Some regional dishes are always made With the same pasta shape. Bucatini all'Amatriciana, Penne all'Arrabbiata and Fettuccine all'Alfredo are all classic Roman recipes, for example, and it is rare to see them served with anything other than the named pasta. The same applies to Tagliatelle alla Bolognese from Emilia-Romagna and Trenette can Pesto from Genoa. These classics are few and far between, however, and with the ever-increasing number of different shapes on the market it may seem difficult to know which sauces and shapes go well together. Happily, there are no rigid rules, and common sense usually prevails. Heavy sauces with large chunks of meat are unlikely to go well with thin spaghettini or tagliolini, simply because the chunks will slide off, so these sauces and others like them are always served with wide noodles, such as pappardelle, maccheroni and tagliatelle, or with short tubular shapes, such as penne, fusilli, conchiglie and rigatoni.
In the south of Italy, olive oil is used for cooking rather than butter, so sauces tend to be made with olive oil and they are usually served with the dried plain durum wheat pasta such as spaghetti and vermicelli that is also popular in the south. These long, thin shapes are traditionally served with tomato and seafood sauces, most of which are made with olive oil, and with light vegetable sauces. Spaghetti and vermicelli are also ideal vehicles for minimalist sauces like Aglio e Olio (garlic and olive oil) from Rome. Grated cheese is not normally used in these sauces, nor is it sprinkled on them.
In the North, butter and cream are used in sauces, and not surprisingly these go well with the egg pasta that is made there, especially fresh homemade egg pasta, which absorbs butter and cream and makes the sauce cling to it. Butter and cream also go well with tomato sauces when these are served with short shapes, especially penne, rigatoni, farfalle and fusilli.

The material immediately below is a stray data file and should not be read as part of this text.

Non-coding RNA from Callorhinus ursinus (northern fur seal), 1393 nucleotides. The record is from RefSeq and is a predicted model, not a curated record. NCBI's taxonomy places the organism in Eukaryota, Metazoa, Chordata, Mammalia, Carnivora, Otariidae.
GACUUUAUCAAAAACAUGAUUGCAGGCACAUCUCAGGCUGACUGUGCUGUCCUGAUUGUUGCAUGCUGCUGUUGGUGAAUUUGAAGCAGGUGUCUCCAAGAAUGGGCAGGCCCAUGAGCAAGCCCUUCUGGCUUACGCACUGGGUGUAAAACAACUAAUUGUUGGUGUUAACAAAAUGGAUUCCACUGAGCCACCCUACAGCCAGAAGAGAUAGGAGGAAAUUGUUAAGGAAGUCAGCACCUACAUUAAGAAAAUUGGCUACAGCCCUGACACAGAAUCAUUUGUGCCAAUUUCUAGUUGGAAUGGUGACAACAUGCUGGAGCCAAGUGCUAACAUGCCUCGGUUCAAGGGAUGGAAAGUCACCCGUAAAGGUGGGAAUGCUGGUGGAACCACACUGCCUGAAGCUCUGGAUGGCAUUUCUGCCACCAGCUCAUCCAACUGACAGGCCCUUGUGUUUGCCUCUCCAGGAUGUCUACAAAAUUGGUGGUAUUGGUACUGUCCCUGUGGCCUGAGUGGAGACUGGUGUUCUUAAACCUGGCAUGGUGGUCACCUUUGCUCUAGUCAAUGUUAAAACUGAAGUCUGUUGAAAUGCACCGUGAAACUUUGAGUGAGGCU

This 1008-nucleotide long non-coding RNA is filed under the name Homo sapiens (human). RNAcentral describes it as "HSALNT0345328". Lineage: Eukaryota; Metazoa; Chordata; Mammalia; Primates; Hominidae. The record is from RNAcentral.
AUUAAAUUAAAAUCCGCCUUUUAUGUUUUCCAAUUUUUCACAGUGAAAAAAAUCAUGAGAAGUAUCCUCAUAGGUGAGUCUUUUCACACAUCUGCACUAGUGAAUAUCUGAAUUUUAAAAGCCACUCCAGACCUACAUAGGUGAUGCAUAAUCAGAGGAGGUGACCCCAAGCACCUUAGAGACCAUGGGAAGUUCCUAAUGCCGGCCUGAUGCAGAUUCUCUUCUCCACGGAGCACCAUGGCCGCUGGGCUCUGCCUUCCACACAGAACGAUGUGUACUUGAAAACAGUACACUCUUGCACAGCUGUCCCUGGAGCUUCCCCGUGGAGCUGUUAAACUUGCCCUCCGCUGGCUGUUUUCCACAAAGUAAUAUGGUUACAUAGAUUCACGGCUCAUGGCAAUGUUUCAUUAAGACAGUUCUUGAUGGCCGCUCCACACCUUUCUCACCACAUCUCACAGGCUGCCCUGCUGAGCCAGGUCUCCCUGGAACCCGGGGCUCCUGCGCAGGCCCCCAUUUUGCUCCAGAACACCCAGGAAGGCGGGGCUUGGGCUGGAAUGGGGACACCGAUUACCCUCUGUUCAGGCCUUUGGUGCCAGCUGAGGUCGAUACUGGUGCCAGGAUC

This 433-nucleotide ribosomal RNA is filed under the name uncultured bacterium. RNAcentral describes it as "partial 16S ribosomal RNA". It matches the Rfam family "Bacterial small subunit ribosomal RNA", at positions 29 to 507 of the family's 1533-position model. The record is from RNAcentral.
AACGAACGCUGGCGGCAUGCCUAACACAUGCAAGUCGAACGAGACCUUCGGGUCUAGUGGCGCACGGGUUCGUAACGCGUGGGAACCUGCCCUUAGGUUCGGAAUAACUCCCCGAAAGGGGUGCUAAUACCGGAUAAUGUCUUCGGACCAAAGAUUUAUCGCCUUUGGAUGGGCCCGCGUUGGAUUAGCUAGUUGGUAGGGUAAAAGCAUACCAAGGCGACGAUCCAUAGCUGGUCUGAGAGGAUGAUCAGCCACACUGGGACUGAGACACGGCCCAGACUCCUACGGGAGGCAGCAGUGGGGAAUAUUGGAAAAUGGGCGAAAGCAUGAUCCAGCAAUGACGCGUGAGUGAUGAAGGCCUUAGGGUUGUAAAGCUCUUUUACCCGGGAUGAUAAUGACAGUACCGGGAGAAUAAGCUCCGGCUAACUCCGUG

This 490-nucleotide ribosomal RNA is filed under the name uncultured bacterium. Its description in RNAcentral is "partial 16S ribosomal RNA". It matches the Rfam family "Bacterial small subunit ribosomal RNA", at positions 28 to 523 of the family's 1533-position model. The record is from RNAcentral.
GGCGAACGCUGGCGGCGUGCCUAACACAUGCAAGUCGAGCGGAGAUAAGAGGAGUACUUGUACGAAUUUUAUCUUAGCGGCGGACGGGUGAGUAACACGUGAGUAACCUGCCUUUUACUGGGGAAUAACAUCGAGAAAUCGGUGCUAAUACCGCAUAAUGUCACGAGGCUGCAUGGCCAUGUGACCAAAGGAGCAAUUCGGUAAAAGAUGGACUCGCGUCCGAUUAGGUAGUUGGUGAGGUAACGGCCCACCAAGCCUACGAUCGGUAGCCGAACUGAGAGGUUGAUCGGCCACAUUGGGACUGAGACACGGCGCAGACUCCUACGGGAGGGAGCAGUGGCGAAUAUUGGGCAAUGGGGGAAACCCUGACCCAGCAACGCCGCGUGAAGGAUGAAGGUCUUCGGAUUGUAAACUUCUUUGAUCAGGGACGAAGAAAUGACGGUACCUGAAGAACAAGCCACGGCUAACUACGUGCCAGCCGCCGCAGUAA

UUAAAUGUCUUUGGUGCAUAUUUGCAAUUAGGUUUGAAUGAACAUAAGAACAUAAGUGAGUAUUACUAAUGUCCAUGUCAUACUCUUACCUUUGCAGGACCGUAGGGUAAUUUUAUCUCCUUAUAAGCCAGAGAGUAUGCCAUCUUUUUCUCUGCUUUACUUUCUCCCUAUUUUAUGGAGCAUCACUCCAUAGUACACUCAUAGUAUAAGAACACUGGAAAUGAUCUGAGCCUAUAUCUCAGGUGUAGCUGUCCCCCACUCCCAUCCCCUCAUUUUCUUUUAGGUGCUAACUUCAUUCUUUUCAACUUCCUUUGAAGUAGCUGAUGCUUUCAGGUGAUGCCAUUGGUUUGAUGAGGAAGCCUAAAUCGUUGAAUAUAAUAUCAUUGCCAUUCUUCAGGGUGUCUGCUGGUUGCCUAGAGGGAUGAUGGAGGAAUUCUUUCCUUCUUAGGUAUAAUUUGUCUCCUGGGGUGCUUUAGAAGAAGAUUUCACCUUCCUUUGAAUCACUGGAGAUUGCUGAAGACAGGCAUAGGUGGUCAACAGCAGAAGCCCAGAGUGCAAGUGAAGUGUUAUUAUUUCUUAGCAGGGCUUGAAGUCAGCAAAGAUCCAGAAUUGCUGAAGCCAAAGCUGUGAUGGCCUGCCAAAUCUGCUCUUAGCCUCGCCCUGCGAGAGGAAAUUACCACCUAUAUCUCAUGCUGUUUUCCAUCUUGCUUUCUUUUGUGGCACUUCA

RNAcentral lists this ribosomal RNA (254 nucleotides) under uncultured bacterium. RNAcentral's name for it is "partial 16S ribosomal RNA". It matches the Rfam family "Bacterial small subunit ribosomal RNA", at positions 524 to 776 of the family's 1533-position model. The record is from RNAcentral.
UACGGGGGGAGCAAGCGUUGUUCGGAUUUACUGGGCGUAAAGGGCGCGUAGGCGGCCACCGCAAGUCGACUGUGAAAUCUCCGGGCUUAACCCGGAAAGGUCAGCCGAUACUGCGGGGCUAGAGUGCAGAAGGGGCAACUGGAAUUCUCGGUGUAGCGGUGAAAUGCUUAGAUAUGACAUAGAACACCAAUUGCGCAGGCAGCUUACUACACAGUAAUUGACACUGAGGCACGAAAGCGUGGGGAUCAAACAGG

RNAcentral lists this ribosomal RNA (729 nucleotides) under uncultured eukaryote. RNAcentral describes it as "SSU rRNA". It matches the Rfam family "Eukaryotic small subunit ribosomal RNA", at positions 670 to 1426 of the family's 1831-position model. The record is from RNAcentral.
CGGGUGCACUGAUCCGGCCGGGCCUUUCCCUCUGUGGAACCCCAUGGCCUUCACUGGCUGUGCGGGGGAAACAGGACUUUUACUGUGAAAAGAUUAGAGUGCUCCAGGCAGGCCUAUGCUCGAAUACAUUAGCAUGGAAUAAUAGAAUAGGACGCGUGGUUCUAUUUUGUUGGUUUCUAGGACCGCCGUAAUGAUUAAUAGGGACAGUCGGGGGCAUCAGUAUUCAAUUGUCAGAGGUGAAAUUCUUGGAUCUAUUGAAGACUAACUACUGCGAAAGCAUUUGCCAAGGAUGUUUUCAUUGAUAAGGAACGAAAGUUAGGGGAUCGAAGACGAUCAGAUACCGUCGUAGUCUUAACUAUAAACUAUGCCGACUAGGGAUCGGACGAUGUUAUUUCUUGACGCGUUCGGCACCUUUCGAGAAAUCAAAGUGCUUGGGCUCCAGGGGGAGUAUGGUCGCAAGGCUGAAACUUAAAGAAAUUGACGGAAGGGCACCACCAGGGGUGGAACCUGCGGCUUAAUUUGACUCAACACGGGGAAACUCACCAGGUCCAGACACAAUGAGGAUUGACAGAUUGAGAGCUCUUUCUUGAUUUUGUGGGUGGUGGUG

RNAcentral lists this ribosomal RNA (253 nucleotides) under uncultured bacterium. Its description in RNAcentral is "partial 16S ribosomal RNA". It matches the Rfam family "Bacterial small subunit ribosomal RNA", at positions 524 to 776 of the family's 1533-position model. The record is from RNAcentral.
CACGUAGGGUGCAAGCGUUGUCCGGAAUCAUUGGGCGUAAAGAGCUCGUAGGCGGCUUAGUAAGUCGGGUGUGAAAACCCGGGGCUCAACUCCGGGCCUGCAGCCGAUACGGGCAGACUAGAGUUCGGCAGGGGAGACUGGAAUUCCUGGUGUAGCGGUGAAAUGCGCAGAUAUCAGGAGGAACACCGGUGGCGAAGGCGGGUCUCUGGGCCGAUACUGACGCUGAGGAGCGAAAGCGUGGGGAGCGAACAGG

Grated cheese is often tossed with pasta and sauce at the last moment, as well as being sprinkled over individual servings at the table.
Opinions vary as to whether pasta should be eaten from a plate or a bowl. There are no rules, so you can serve it on either. Large. shallow soup plates seem the ideal compromise, and setting each warmed soup plate on a large, cold underplate makes for easy carrying from kitchen to table.
If the recipe recommends extra Parmesan or pecorino for serving, grate the cheese just before the meal and pass it in a bowl with a small spoon so that people can help themselves. Salt and pepper shakers should also be on the table for those who like to adjust the seasoning.
Pasta is traditionally eaten with a single fork. Spaghetti and other long shapes should not be difficult to manage if they have been well tossed with the sauce. The trick is to twirl only a small amount around the fork at a time.